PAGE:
The Gori Law Firm
Get Your FREE Case Review 24 Hours A Day
To protect your safety during the coronavirus (COVID-19) crisis, we offer telephone and video conferences, in addition to face-to-face meetings. Please contact our office today to set up a remote consultation.

Tornado cleanup brings asbestos concerns

| Jun 1, 2011 | Mesothelioma/Asbestos-Related Illness |

As the residents of the battered town of Joplin, Missouri, continue to clean up from the devastating tornado that struck the city last month, there may be a new hazard to worry about. With over 8,000 destroyed structures throughout the region, it is likely that many of the materials being cleaned up and hauled away contain asbestos or similar materials, potentially placing residents and cleanup crews in danger of asbestos exposure and at risk of mesothelioma, lung cancer, or related diseases.

The April 24 tornado was the deadliest twister in the United States in more than 60 years, killing over 130 people and injuring almost 1,000 more. With over 200 mph winds, the half-mile wide tornado damaged or completely destroyed a number of buildings in Joplin’s industrial corridor, which is home to natural gas companies, chemical suppliers and paint manufacturers.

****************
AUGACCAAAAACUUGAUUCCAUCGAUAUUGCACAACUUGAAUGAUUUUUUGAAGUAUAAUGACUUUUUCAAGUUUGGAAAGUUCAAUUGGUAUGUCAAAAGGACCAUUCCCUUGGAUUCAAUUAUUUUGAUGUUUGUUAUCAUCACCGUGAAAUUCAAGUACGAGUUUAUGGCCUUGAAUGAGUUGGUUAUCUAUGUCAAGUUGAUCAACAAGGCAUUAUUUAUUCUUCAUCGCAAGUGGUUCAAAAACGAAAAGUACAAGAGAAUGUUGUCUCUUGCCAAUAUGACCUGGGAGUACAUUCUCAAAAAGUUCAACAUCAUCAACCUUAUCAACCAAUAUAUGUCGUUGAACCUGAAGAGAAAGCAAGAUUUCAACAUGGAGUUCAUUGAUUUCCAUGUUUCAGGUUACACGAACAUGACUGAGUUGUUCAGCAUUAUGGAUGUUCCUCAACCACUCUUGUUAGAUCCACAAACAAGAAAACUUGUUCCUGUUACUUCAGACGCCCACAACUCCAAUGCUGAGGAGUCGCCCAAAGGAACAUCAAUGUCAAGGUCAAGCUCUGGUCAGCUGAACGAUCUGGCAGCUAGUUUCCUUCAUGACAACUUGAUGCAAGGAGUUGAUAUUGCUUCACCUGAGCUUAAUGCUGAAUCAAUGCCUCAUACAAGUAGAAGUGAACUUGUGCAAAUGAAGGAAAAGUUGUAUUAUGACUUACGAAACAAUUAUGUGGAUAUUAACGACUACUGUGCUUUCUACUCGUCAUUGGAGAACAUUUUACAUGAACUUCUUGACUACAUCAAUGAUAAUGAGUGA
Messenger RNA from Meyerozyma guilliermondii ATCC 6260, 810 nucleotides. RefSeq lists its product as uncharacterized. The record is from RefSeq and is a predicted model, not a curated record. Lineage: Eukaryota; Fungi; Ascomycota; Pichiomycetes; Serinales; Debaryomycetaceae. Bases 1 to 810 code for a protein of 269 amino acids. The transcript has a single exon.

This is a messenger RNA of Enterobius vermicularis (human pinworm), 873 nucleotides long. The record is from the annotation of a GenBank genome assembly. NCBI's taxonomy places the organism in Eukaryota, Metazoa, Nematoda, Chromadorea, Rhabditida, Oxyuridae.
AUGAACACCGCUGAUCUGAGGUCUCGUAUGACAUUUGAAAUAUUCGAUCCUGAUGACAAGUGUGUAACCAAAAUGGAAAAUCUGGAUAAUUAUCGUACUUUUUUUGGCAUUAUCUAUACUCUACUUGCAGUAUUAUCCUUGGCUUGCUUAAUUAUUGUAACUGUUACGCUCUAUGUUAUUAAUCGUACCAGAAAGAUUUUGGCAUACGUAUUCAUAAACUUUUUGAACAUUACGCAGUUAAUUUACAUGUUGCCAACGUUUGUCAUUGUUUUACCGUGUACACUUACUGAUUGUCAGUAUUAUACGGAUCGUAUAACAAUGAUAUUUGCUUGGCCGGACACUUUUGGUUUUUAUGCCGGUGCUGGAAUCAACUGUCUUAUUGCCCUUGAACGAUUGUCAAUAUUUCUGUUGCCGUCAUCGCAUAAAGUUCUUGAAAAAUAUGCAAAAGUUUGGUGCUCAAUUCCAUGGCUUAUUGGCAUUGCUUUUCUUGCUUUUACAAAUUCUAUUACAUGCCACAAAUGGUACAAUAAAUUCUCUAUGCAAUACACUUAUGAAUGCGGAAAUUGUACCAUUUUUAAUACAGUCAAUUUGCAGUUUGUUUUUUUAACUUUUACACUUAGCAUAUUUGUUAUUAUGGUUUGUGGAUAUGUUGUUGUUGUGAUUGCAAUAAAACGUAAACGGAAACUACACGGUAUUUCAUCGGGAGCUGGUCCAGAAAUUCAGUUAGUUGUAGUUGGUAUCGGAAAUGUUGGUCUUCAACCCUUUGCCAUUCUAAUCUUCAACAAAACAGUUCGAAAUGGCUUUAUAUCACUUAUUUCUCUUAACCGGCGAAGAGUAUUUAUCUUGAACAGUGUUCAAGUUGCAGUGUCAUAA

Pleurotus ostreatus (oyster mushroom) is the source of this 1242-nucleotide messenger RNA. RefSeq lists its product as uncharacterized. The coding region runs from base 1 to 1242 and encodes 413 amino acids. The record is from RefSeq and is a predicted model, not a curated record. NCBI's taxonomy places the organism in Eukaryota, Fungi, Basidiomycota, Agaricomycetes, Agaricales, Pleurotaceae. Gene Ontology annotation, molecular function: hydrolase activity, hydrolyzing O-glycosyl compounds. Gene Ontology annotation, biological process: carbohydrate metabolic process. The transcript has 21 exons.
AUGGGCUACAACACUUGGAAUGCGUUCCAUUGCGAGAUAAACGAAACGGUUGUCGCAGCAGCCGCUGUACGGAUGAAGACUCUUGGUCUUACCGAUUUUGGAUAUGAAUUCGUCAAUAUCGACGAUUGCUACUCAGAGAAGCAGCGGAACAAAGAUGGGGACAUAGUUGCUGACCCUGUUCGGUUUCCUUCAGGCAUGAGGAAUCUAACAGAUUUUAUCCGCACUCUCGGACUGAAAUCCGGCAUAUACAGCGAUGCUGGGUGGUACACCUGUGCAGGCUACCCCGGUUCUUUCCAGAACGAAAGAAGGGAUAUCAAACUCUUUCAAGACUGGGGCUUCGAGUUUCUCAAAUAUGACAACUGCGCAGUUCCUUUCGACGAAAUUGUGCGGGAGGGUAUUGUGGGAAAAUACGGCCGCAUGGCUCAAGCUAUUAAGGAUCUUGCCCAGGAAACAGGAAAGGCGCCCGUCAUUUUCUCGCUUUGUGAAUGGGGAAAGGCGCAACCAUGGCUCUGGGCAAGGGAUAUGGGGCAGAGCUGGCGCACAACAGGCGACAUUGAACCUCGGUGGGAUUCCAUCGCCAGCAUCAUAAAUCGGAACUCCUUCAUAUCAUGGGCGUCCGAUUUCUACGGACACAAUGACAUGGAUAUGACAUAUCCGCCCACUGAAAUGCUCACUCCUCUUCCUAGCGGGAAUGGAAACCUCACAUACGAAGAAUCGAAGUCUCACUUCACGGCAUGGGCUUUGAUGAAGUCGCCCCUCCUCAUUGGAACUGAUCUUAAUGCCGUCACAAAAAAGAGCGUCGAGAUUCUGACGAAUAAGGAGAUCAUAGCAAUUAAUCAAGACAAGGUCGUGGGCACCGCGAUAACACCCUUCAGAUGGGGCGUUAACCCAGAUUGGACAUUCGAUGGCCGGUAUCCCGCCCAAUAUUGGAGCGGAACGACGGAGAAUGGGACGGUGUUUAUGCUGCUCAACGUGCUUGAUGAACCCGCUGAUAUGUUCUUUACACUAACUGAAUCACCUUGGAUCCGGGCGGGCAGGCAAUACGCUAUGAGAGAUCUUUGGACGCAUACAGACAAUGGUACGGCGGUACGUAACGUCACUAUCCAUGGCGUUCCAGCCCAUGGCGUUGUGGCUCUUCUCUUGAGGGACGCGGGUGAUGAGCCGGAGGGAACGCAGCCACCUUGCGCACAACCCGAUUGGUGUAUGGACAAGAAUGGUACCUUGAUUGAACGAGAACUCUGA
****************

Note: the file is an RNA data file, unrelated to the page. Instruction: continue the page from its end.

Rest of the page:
Clearly, there are several chemical risks related to the damaged buildings in this area of the city. However, the U.S. Environmental Protection Agency teams that were sent in to survey the damage reported that there were no significant pollution issues during the first week following the tornado. That agency continues to inspect the damage throughout the city.

However, many environmental experts are more worried about the potential for asbestos exposure as the city cleans up. The Missouri Department of Natural Resources has relaxed several regulations regarding waste disposal and pollution. One such waiver was on the requirement that state-certified environmental supervisors monitor any removal of material that contains asbestos. If asbestos is not properly handled and disposed of, it could make its way into brush fires, producing dangerous emissions. In addition, debris can land several hundred miles away, bringing danger to other parts of Missouri and to neighboring states, such as Illinois.

Source: Associated Press, “Environmental hazards remain after Joplin tornado,” Alan Scher Zagier and John Flesher, 31 May 2011

Mesothelioma Lawyers and Personal Injury Attorneys

Get a Free Case Review!

Archives

FindLaw Network